The Cedar River flows right through the middle of Waverly, Iowa, a picturesque and progressive community that’s home to Wartburg College in the northeast part of the state. For a community with just more than 10,000 residents, Waverly has a lot to offer: two 18-hole golf courses, miles of trails, more than 20 parks, and two thriving community gardens that have provided fresh fruits and vegetables (along with quality gardening opportunities) to residents for more than a decade.
If you look at the projects they’ve done over the last few years, it’s clear that Waverly residents take a lot of pride in their community. So, it should come as no surprise that Waverly won the Healthy Hometown Powered by Wellmark Community Award for the second year in a row. And, in 2020, they added six more raised beds to their community gardens, improved the Cedar River Parkway corridor, completed a streetscape project for Bremer Avenue, and enhanced a neighborhood park by adding a shelter house and pickleball courts.
These projects all came to life after the Waverly Area Partnership for Healthy Living (WAPHL) approached Healthy Hometown in late 2018 for help with making Waverly a better place for residents to live, work, and play.
“To be a repeat winner, it’s just been great,” says Garret Riordan, who leads the WAPHL group. “The recognition that we get for that is amazing. It’s exciting for the community that we were able to win two years in a row." Learn more about the projects that led to this win.
Completed the Bremer Avenue streetscape project
When the Waverly City Council began discussing a 28-block reconstruction project on centrally located Bremer Avenue/Highway 3 in 2016, a Chamber of Commerce committee proposed a streetscape project. They hoped it would both improve the look and feel of the road, as well as increase safety for residents.
The approved streetscape project included a focus on improving street furniture, trash bins, bike racks, landscaping, water features, informational and directional signs, public art, lighting, sidewalks, and gathering spaces. The proposal also included several bump-outs and enhancements to crosswalks in the downtown district to make it safer for residents navigating the area on foot. The streetscape project was officially completed mid-2020, and the Chamber has plans to add planter decorations with each season to create an inviting environment for downtown businesses.
The city also implemented a matching grant program that many business owners took advantage of to add awnings, signage and refreshed looks to their storefronts.
Improved the Cedar River Parkway corridor
When a project has been part of a community’s growth plan for nearly 50 years, you know it’s a big deal. Reconstruction work on the Cedar River Parkway began two decades ago, but the final mile of the corridor — which runs from 8th Street SE to Highway 3 East — was the most impactful. This is because it includes a bridge crossing of the Cedar River, providing the only 500-year flood-resistant crossing for Waverly. It's also the longest bridge in Bremer County.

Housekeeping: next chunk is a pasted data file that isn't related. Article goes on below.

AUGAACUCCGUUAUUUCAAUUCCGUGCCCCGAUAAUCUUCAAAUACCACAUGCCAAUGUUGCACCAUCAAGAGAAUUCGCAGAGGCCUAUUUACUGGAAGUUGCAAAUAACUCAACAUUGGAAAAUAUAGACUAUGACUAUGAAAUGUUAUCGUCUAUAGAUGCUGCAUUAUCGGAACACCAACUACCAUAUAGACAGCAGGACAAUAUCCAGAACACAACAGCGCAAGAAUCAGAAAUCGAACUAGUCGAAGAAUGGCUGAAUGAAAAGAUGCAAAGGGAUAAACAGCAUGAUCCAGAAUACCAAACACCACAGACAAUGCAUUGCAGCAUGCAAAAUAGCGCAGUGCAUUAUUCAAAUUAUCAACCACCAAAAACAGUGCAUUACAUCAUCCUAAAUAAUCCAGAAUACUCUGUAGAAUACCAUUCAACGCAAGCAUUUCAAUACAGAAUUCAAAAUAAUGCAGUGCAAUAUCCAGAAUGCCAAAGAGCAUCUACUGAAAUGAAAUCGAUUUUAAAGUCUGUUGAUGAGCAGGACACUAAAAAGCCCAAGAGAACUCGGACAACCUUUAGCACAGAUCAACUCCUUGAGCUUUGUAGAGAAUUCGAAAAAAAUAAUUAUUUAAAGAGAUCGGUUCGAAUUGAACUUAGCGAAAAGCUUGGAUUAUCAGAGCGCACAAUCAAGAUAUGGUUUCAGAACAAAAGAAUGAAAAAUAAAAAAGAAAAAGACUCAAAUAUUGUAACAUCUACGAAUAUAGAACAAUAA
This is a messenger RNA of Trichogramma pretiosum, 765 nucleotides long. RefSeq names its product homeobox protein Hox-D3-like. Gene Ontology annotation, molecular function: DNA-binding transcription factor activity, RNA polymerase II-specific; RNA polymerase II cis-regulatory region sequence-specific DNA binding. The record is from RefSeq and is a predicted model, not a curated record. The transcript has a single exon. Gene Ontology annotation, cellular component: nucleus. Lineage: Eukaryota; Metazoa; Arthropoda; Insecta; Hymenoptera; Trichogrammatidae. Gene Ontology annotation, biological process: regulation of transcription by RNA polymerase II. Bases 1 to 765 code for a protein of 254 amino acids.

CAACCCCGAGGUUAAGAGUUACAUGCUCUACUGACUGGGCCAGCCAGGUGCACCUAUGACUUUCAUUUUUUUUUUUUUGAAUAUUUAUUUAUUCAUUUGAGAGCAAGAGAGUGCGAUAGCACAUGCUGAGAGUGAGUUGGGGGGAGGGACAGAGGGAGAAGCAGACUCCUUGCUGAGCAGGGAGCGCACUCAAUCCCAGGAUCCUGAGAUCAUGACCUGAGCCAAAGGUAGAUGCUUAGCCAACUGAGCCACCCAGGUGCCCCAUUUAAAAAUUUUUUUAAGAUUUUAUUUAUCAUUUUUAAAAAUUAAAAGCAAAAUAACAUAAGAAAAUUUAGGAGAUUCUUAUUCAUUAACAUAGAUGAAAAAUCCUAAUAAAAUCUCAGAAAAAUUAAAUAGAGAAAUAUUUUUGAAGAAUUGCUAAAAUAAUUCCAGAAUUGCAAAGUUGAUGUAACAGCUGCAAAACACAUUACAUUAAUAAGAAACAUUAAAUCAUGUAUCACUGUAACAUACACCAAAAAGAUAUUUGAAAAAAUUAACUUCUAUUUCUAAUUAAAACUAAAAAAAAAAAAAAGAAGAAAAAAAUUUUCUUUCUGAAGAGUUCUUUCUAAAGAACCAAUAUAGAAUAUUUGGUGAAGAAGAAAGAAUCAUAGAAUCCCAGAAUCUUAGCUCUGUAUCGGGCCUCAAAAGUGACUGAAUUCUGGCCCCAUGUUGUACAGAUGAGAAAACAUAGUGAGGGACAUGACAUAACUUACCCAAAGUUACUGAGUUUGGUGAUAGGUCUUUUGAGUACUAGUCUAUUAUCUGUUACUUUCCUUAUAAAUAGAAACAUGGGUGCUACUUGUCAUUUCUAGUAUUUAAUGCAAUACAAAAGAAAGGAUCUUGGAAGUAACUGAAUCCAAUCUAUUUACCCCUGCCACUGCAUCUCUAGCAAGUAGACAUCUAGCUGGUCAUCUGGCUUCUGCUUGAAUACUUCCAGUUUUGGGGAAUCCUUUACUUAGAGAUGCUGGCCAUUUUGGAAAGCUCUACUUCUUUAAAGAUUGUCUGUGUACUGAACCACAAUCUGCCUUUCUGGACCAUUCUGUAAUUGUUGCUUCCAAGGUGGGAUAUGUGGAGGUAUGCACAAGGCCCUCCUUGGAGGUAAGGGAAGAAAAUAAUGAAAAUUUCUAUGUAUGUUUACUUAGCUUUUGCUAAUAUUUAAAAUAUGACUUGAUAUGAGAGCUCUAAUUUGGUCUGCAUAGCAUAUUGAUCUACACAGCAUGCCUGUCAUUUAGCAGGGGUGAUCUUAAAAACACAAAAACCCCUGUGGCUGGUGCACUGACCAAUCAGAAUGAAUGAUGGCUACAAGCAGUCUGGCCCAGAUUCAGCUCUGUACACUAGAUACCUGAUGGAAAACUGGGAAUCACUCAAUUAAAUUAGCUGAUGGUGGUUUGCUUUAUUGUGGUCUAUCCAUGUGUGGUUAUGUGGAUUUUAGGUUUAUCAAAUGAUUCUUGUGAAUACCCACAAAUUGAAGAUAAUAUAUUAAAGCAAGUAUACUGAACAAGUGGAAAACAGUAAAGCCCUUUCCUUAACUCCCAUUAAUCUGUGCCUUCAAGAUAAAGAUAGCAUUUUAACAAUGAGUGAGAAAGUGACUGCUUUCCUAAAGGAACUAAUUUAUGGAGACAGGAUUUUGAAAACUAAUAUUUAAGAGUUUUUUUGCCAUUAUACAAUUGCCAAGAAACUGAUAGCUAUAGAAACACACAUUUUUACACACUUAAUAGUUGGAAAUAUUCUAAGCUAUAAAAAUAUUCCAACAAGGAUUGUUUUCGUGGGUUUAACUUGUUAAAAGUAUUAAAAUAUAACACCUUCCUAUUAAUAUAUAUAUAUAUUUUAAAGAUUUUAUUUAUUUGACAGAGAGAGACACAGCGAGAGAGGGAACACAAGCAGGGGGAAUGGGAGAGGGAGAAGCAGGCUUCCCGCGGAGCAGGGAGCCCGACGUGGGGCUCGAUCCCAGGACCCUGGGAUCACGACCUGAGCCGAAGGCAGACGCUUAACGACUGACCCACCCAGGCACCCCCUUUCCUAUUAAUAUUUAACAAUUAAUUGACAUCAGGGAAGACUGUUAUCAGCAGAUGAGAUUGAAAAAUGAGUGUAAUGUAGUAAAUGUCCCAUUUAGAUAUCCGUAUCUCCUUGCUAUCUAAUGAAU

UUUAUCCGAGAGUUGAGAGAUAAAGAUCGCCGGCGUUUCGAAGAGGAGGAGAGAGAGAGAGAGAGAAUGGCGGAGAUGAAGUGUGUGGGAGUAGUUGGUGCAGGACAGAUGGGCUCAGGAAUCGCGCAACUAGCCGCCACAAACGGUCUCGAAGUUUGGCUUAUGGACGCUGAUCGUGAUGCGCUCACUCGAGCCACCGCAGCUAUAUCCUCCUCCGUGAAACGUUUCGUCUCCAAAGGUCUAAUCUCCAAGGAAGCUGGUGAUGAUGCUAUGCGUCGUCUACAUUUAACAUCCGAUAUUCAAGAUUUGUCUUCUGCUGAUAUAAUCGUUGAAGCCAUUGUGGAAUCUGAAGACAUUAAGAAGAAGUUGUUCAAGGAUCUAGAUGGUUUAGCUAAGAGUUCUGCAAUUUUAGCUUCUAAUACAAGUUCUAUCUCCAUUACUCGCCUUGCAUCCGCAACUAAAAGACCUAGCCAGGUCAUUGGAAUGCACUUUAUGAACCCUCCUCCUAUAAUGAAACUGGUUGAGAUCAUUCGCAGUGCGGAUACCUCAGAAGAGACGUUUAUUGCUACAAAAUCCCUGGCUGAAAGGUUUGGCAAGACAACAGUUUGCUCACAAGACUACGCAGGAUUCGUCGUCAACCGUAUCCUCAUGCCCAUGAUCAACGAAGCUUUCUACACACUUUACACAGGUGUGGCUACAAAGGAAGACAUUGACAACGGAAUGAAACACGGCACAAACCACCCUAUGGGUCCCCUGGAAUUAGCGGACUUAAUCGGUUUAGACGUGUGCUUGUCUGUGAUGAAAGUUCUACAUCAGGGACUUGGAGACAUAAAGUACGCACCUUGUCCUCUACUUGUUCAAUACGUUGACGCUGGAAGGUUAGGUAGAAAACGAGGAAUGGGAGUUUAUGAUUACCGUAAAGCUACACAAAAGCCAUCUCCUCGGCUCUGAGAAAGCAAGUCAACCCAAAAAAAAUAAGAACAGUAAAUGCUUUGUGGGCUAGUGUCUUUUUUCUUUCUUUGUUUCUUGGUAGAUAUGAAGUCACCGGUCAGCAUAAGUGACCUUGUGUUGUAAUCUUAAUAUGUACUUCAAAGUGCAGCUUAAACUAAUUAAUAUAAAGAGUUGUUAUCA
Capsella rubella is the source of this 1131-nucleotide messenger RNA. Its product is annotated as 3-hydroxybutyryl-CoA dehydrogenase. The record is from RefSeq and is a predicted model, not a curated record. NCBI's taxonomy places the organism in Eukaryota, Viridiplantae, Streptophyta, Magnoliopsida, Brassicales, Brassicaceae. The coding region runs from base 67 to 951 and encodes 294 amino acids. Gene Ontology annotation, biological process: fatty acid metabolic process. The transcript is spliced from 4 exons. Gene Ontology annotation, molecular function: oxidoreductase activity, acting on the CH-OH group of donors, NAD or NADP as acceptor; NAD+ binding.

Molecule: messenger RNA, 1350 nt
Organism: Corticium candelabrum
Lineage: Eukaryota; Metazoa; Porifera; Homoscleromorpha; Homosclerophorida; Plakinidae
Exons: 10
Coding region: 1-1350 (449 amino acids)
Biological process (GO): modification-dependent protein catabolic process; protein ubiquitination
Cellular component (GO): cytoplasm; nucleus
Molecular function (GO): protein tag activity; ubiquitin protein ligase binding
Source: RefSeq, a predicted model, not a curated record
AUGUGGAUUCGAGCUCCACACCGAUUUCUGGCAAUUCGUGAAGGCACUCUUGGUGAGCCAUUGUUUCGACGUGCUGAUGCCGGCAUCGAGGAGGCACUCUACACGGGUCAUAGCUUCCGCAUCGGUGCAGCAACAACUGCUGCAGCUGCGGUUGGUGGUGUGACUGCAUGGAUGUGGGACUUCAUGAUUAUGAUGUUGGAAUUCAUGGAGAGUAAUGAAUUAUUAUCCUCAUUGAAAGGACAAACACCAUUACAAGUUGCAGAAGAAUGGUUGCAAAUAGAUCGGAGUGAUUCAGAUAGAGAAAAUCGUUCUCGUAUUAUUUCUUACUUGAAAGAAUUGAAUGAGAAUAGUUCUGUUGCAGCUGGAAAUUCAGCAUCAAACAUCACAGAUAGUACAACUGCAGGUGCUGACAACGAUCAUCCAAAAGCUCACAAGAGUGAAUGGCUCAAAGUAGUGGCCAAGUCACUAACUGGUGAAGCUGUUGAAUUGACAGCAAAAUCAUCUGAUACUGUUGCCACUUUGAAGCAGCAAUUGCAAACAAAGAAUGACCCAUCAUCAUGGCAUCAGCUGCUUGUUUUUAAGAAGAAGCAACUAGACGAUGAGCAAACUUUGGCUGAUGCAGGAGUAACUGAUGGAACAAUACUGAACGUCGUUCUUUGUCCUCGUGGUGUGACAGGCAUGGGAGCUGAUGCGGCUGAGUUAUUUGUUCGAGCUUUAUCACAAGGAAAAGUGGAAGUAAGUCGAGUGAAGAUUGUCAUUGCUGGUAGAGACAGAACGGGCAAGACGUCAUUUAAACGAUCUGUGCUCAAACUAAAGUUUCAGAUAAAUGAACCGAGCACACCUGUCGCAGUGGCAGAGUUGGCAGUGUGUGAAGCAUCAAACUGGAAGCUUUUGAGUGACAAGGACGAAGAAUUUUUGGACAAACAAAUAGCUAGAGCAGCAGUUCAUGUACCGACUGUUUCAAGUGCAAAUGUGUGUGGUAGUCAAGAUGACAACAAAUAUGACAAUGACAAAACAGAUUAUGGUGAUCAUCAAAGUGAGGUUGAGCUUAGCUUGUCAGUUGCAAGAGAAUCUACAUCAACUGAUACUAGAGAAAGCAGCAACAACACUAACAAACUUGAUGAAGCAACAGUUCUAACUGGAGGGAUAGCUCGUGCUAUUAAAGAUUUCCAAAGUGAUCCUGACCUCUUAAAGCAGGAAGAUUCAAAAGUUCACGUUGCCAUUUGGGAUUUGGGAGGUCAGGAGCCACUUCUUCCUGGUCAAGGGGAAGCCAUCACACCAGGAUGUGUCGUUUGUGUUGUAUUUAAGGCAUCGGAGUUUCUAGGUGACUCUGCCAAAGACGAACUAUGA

This scenic section of the Parkway also includes a wide trail for pedestrians and cyclists. The trail joins up with Waverly Rail Trail, completing a segment of the regional 40-mile Rolling Prairie Trail and connecting east Waverly residents to the youth soccer complex, the new Cedar River Park youth ball diamonds, and Waverly-Shell Rock schools.
The improvements to the Cedar River Parkway also provide some congestion relief for downtown Waverly, giving commuter and truck traffic an alternate route around downtown’s Bremer Avenue. As Waverly continues to grow, this project will meet the needs of the community for years to come.
Continued to grow community gardens
The Waverly Community Sharing Gardens have been a well-known part of the community since 2010, providing residents with quality gardening opportunities and fresh food for those in need. The gardens, which cover two key locations in Waverly, now total 75 raised beds and 62 fruit trees. In 2020, the Community Sharing Gardens — which are manned completely by volunteers — grew and donated nearly 9,000 pounds of fresh, healthy produce to local churches, social service groups, and the Northeast Iowa Food Bank.
Don’t be surprised if you read about more growth for the gardens next year — future planned enhancements include a water line extension to allow two times the area to be watered at one time, increasing convenience for the volunteers who tend to and community members who rent raised beds in the sharing gardens.
Added resident-led enhancements to a local park
When Waverly residents put their minds to something, it gets done. Such was the case with the enhancements made to Prairie Park, which is nestled in a newer neighborhood in northeast Waverly. “This is a pretty tight-knit neighborhood,” Riordan says. “Everyone regularly meets in the park to get together.” Neighborhood residents approached the city with the idea of adding a shelter, basketball court, and pickleball courts to the park — asking for some funding from the city but committing to raising nearly half of the cost on their own.
“The total cost of the project ended up being around $40,000,” Riordan says. “The city was in for about $24,000, and the rest was funded by the neighborhood donations and a grant from the Bremer County Community Foundation.” The project not only benefits the nearby neighborhood — all Waverly residents now have an expanded place to get outdoors and enjoy the community’s only pickleball court. “It truly was an example of awesome community partnership,” Riordan adds. “All parties involved stepped up to the plate and did their part to complete the project on time and within budget.”
Inspired by Waverly’s success?
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